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UCare ouster could mean big loss for doctor training

Plus: development of old Macy’s site in St. Paul centers on Wild; loon numbers weak in southern Minnesota; why Walker’s presidential campaign has tanked; and more.

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So the two are linked, you say? In the Strib, Jeremy Olson reports, “The ouster of UCare as an insurer in most of Minnesota’s public health care programs could have an unintended consequence: a squeeze on the training of much-needed family practice doctors in the state. As part of its mission, the Minneapolis health insurer has diverted excess revenue — often $4 million to $10 million per year — to the University of Minnesota’s Department of Family Medicine and Community Health. And over time, that money became the department’s primary funding for the training of 150 residents — doctors who have completed medical school and need on-the-job training in hospitals and clinics.”

Directly related: a commentary from Joel Albers, not a fan of America’s (and Minnesota’s) medical bureaucracy. “Do we really need managed care in Minnesota? … Before managed care, Medicaid and MinnesotaCare (for those with incomes slightly above Medicaid’s) were exclusively public programs run quite efficiently. Minnesota’s Department of Human Services contracted directly with hospitals, clinics and pharmacies. All services were integrated, there was one drug formulary, and billing and claims were processed in-house. Each county administered Medicaid’s outreach, eligibility and patient enrollment. In 1983, the Legislature added ‘fiscal intermediaries’ to the public Medicaid program as a ‘demonstration project.’ Private insurers were to micromanage patient care, placing both practitioners and patients at financial risk. Patient ‘copays,’ for example, a managed-care invention and difficult to administer, cause delays in seeking care, which studies show result in increased hospitalizations and emergency-room visits.”

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Will the Wild save the old Macy’s store in St. Paul? Nick Woltman and Frederick Melo of the PiPress say, “Two restaurants, a brewery, a bank and the Minnesota Wild hockey team are lined up to move into the vacant Macy’s department store in downtown St. Paul, if and when the city’s Port Authority lines up a master developer. … [Port Authority President Louis Jambois] said an enclosed rooftop practice facility for the Wild is in the cards, and that has made all the difference in attracting retailers. ‘We’ve been working to get commitments on as much of the space as we possibly can,’ Jambois said. ‘I firmly believe that it is the presence of the Wild that has made the building attractive to many of these other prospective users. There’s an excitement about being co-located with the Wild.’”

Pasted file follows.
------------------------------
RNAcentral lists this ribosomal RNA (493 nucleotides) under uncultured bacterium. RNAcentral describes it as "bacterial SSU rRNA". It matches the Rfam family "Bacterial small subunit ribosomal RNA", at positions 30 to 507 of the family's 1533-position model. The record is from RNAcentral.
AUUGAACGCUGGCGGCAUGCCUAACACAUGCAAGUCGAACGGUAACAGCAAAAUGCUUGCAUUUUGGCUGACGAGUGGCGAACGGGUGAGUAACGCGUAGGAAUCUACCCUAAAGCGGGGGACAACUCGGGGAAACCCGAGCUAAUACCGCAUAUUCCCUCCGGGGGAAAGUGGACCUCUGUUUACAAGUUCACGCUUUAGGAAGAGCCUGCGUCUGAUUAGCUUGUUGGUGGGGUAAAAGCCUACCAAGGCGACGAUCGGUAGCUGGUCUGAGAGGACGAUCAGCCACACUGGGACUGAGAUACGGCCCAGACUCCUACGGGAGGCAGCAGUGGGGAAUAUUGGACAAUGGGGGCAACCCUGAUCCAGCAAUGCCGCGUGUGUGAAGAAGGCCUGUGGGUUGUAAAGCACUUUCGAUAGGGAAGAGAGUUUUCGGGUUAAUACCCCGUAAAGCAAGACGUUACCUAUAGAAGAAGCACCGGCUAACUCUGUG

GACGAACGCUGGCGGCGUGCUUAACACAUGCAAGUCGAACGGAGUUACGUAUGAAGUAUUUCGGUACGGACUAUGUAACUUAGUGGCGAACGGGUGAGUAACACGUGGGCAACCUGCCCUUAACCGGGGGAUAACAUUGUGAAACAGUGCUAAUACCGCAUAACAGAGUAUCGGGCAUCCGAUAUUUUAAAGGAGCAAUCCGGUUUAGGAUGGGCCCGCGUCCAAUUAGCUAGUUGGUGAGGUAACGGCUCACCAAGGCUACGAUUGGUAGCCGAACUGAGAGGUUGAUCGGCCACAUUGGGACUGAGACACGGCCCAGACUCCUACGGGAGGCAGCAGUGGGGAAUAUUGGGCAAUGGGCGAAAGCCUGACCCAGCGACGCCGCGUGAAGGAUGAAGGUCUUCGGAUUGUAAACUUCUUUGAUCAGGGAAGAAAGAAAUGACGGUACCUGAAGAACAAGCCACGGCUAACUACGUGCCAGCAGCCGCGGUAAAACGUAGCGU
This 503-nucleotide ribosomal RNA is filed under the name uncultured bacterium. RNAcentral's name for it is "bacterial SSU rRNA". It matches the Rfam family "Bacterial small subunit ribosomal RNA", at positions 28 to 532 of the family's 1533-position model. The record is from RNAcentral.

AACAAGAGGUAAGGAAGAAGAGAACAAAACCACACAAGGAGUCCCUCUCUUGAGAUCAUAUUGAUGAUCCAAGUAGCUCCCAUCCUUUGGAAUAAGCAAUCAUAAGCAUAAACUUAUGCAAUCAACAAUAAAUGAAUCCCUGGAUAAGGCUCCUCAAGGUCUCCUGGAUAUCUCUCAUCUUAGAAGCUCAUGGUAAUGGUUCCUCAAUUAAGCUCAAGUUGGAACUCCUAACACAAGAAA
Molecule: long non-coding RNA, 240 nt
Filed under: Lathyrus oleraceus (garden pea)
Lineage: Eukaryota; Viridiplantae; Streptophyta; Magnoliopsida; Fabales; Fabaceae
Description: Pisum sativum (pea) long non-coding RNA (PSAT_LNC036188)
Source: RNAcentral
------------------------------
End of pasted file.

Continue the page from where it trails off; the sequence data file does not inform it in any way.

Southern Minnesota is weak on loons. The AP says, “Minnesota’s loon population is stable at an estimated 4,800 breeding pairs, but their numbers are weaker in southern reaches. And a study from the National Audobon Society last year suggested loons could be pushed out of Minnesota altogether by 2080 as the state’s lakes warm.”

This one is outside the norm. Mary Divine of the PiPress reports, “A 90-year-old Maplewood man called police on Saturday night to report a terrible crime: He had shot and killed his son with a pistol. … Police found Larry Bowser, 65, dead in the house, the victim of an apparent gunshot wound … .”

The Silicon Prairie (that’s us, apparently), gets a warm, wet kiss from the tech site CNET. Terry Collins writes, “Silicon Valley ideas get meshed with Midwestern values, resulting in a low-key and collaborative community of startups in Minnesota that stands in sharp contrast to the in-your-face, cutthroat lifestyle in California. Entrepreneurs are also convinced they have a better chance to get funding because there are fewer businesses to compete with for investors. The number of tech startups in the North Star State doubled in the past five years, to more than 500, with venture capitalists investing almost $600 million in 2014 in companies 5 years old or younger. Minnesota ranked 20th in the country last year in receiving venture funding for those types of startups … .”

It’s the market. Mark Steil at MPR says, “Minnesota farmers expect a record harvest this fall, but it may be mostly a money loser. With a nearly perfect summer in Minnesota, the U.S. Department of Agriculture is predicting record corn and soybean crops for the state. Corn may average 183 bushels an acre, 3 percent more than the record 2010 harvest. But for most farmers, corn prices are so low they may lose money on the crop. Northstar Commodities grain analyst Jason Ward says there’s simply too much corn for sale.” Next year: Only bacon. There’s never too much.